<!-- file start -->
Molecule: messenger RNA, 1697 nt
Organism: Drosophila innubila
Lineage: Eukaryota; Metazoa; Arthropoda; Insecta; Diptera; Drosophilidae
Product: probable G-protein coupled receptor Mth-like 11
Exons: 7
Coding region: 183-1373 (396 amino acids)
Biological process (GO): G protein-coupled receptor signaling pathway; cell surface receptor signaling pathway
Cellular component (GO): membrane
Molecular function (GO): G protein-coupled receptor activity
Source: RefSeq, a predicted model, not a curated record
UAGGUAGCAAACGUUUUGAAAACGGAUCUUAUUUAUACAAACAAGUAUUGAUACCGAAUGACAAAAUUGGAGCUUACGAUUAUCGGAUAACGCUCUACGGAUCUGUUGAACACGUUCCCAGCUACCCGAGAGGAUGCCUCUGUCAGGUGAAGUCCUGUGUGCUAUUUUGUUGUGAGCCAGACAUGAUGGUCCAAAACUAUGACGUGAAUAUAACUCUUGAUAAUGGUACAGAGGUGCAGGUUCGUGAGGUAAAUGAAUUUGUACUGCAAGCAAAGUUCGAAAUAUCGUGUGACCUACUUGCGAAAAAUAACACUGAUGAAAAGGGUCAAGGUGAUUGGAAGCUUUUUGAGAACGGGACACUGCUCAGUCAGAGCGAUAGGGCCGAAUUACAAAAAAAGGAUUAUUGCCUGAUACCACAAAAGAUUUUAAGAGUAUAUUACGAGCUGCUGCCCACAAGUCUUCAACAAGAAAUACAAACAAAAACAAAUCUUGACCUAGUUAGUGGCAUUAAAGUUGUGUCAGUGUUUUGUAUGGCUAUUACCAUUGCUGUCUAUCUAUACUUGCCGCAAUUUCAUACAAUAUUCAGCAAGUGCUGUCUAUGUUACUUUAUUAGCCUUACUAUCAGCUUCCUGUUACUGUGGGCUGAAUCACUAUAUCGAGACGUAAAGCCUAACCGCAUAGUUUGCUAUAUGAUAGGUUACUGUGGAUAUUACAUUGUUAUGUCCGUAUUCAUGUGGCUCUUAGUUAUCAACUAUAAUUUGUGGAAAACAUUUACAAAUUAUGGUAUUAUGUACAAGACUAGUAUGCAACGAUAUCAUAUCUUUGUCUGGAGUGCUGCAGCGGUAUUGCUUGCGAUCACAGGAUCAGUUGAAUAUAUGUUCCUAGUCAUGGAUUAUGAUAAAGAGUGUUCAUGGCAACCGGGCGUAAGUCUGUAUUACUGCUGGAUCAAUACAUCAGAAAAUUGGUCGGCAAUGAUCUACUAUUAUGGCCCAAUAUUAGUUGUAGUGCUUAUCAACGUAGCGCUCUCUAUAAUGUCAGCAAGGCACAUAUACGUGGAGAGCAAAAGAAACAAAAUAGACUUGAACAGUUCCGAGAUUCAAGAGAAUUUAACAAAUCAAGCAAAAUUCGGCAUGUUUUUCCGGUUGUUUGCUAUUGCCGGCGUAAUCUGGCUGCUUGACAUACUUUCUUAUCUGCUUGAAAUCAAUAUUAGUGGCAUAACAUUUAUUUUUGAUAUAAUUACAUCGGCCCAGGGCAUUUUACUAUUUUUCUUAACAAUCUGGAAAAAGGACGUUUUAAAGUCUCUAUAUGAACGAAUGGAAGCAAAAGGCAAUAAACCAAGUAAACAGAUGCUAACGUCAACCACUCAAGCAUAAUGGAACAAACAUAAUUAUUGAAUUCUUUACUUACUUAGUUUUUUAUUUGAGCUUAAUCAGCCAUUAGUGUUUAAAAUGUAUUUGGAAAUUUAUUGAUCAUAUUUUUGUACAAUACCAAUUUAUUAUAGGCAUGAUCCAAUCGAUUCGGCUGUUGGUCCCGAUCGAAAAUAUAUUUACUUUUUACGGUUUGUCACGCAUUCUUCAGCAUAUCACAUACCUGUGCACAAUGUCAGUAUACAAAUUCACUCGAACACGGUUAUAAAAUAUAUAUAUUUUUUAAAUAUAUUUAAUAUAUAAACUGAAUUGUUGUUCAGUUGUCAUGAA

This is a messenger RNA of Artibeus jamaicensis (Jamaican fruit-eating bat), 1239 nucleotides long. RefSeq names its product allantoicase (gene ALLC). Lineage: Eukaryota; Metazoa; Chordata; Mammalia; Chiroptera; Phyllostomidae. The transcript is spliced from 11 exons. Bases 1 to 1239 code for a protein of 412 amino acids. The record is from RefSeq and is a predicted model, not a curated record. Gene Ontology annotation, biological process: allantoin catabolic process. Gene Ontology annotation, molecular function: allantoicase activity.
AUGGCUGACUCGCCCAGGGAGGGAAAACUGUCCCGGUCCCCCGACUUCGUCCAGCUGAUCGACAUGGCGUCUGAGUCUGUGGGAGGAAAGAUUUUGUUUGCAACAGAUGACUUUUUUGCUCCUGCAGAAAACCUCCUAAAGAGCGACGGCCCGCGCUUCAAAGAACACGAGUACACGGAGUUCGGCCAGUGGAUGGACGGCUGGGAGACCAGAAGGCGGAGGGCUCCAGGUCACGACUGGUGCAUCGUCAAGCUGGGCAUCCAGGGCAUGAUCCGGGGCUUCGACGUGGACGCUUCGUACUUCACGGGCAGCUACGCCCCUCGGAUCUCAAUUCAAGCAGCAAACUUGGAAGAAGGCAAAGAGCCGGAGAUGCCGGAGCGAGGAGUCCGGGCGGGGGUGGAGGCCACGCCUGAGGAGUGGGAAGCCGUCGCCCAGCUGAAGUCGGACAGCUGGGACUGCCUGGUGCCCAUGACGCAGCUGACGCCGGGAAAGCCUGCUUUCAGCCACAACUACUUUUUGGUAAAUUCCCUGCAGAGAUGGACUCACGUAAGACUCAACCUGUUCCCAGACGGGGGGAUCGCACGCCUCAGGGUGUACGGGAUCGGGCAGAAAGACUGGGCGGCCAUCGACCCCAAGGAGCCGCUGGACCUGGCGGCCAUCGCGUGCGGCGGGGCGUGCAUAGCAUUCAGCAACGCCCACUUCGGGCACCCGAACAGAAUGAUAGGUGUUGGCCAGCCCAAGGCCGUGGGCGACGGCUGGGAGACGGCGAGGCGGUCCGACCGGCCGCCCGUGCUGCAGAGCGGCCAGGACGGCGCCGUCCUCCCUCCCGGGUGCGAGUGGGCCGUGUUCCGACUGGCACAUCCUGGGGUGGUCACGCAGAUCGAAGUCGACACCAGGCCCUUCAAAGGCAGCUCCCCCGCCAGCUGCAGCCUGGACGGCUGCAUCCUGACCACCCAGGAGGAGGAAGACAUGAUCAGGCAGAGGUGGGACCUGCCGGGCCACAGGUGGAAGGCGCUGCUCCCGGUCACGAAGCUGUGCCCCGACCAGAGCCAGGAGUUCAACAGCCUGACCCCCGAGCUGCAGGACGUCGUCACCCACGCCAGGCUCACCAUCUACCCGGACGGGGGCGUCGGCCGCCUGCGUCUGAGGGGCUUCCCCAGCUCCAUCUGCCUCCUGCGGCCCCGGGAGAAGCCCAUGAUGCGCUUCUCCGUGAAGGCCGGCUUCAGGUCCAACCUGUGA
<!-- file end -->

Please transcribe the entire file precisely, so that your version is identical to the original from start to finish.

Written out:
Molecule: messenger RNA, 1697 nt
Organism: Drosophila innubila
Lineage: Eukaryota; Metazoa; Arthropoda; Insecta; Diptera; Drosophilidae
Product: probable G-protein coupled receptor Mth-like 11
Exons: 7
Coding region: 183-1373 (396 amino acids)
Biological process (GO): G protein-coupled receptor signaling pathway; cell surface receptor signaling pathway
Cellular component (GO): membrane
Molecular function (GO): G protein-coupled receptor activity
Source: RefSeq, a predicted model, not a curated record
UAGGUAGCAAACGUUUUGAAAACGGAUCUUAUUUAUACAAACAAGUAUUGAUACCGAAUGACAAAAUUGGAGCUUACGAUUAUCGGAUAACGCUCUACGGAUCUGUUGAACACGUUCCCAGCUACCCGAGAGGAUGCCUCUGUCAGGUGAAGUCCUGUGUGCUAUUUUGUUGUGAGCCAGACAUGAUGGUCCAAAACUAUGACGUGAAUAUAACUCUUGAUAAUGGUACAGAGGUGCAGGUUCGUGAGGUAAAUGAAUUUGUACUGCAAGCAAAGUUCGAAAUAUCGUGUGACCUACUUGCGAAAAAUAACACUGAUGAAAAGGGUCAAGGUGAUUGGAAGCUUUUUGAGAACGGGACACUGCUCAGUCAGAGCGAUAGGGCCGAAUUACAAAAAAAGGAUUAUUGCCUGAUACCACAAAAGAUUUUAAGAGUAUAUUACGAGCUGCUGCCCACAAGUCUUCAACAAGAAAUACAAACAAAAACAAAUCUUGACCUAGUUAGUGGCAUUAAAGUUGUGUCAGUGUUUUGUAUGGCUAUUACCAUUGCUGUCUAUCUAUACUUGCCGCAAUUUCAUACAAUAUUCAGCAAGUGCUGUCUAUGUUACUUUAUUAGCCUUACUAUCAGCUUCCUGUUACUGUGGGCUGAAUCACUAUAUCGAGACGUAAAGCCUAACCGCAUAGUUUGCUAUAUGAUAGGUUACUGUGGAUAUUACAUUGUUAUGUCCGUAUUCAUGUGGCUCUUAGUUAUCAACUAUAAUUUGUGGAAAACAUUUACAAAUUAUGGUAUUAUGUACAAGACUAGUAUGCAACGAUAUCAUAUCUUUGUCUGGAGUGCUGCAGCGGUAUUGCUUGCGAUCACAGGAUCAGUUGAAUAUAUGUUCCUAGUCAUGGAUUAUGAUAAAGAGUGUUCAUGGCAACCGGGCGUAAGUCUGUAUUACUGCUGGAUCAAUACAUCAGAAAAUUGGUCGGCAAUGAUCUACUAUUAUGGCCCAAUAUUAGUUGUAGUGCUUAUCAACGUAGCGCUCUCUAUAAUGUCAGCAAGGCACAUAUACGUGGAGAGCAAAAGAAACAAAAUAGACUUGAACAGUUCCGAGAUUCAAGAGAAUUUAACAAAUCAAGCAAAAUUCGGCAUGUUUUUCCGGUUGUUUGCUAUUGCCGGCGUAAUCUGGCUGCUUGACAUACUUUCUUAUCUGCUUGAAAUCAAUAUUAGUGGCAUAACAUUUAUUUUUGAUAUAAUUACAUCGGCCCAGGGCAUUUUACUAUUUUUCUUAACAAUCUGGAAAAAGGACGUUUUAAAGUCUCUAUAUGAACGAAUGGAAGCAAAAGGCAAUAAACCAAGUAAACAGAUGCUAACGUCAACCACUCAAGCAUAAUGGAACAAACAUAAUUAUUGAAUUCUUUACUUACUUAGUUUUUUAUUUGAGCUUAAUCAGCCAUUAGUGUUUAAAAUGUAUUUGGAAAUUUAUUGAUCAUAUUUUUGUACAAUACCAAUUUAUUAUAGGCAUGAUCCAAUCGAUUCGGCUGUUGGUCCCGAUCGAAAAUAUAUUUACUUUUUACGGUUUGUCACGCAUUCUUCAGCAUAUCACAUACCUGUGCACAAUGUCAGUAUACAAAUUCACUCGAACACGGUUAUAAAAUAUAUAUAUUUUUUAAAUAUAUUUAAUAUAUAAACUGAAUUGUUGUUCAGUUGUCAUGAA

This is a messenger RNA of Artibeus jamaicensis (Jamaican fruit-eating bat), 1239 nucleotides long. RefSeq names its product allantoicase (gene ALLC). Lineage: Eukaryota; Metazoa; Chordata; Mammalia; Chiroptera; Phyllostomidae. The transcript is spliced from 11 exons. Bases 1 to 1239 code for a protein of 412 amino acids. The record is from RefSeq and is a predicted model, not a curated record. Gene Ontology annotation, biological process: allantoin catabolic process. Gene Ontology annotation, molecular function: allantoicase activity.
AUGGCUGACUCGCCCAGGGAGGGAAAACUGUCCCGGUCCCCCGACUUCGUCCAGCUGAUCGACAUGGCGUCUGAGUCUGUGGGAGGAAAGAUUUUGUUUGCAACAGAUGACUUUUUUGCUCCUGCAGAAAACCUCCUAAAGAGCGACGGCCCGCGCUUCAAAGAACACGAGUACACGGAGUUCGGCCAGUGGAUGGACGGCUGGGAGACCAGAAGGCGGAGGGCUCCAGGUCACGACUGGUGCAUCGUCAAGCUGGGCAUCCAGGGCAUGAUCCGGGGCUUCGACGUGGACGCUUCGUACUUCACGGGCAGCUACGCCCCUCGGAUCUCAAUUCAAGCAGCAAACUUGGAAGAAGGCAAAGAGCCGGAGAUGCCGGAGCGAGGAGUCCGGGCGGGGGUGGAGGCCACGCCUGAGGAGUGGGAAGCCGUCGCCCAGCUGAAGUCGGACAGCUGGGACUGCCUGGUGCCCAUGACGCAGCUGACGCCGGGAAAGCCUGCUUUCAGCCACAACUACUUUUUGGUAAAUUCCCUGCAGAGAUGGACUCACGUAAGACUCAACCUGUUCCCAGACGGGGGGAUCGCACGCCUCAGGGUGUACGGGAUCGGGCAGAAAGACUGGGCGGCCAUCGACCCCAAGGAGCCGCUGGACCUGGCGGCCAUCGCGUGCGGCGGGGCGUGCAUAGCAUUCAGCAACGCCCACUUCGGGCACCCGAACAGAAUGAUAGGUGUUGGCCAGCCCAAGGCCGUGGGCGACGGCUGGGAGACGGCGAGGCGGUCCGACCGGCCGCCCGUGCUGCAGAGCGGCCAGGACGGCGCCGUCCUCCCUCCCGGGUGCGAGUGGGCCGUGUUCCGACUGGCACAUCCUGGGGUGGUCACGCAGAUCGAAGUCGACACCAGGCCCUUCAAAGGCAGCUCCCCCGCCAGCUGCAGCCUGGACGGCUGCAUCCUGACCACCCAGGAGGAGGAAGACAUGAUCAGGCAGAGGUGGGACCUGCCGGGCCACAGGUGGAAGGCGCUGCUCCCGGUCACGAAGCUGUGCCCCGACCAGAGCCAGGAGUUCAACAGCCUGACCCCCGAGCUGCAGGACGUCGUCACCCACGCCAGGCUCACCAUCUACCCGGACGGGGGCGUCGGCCGCCUGCGUCUGAGGGGCUUCCCCAGCUCCAUCUGCCUCCUGCGGCCCCGGGAGAAGCCCAUGAUGCGCUUCUCCGUGAAGGCCGGCUUCAGGUCCAACCUGUGA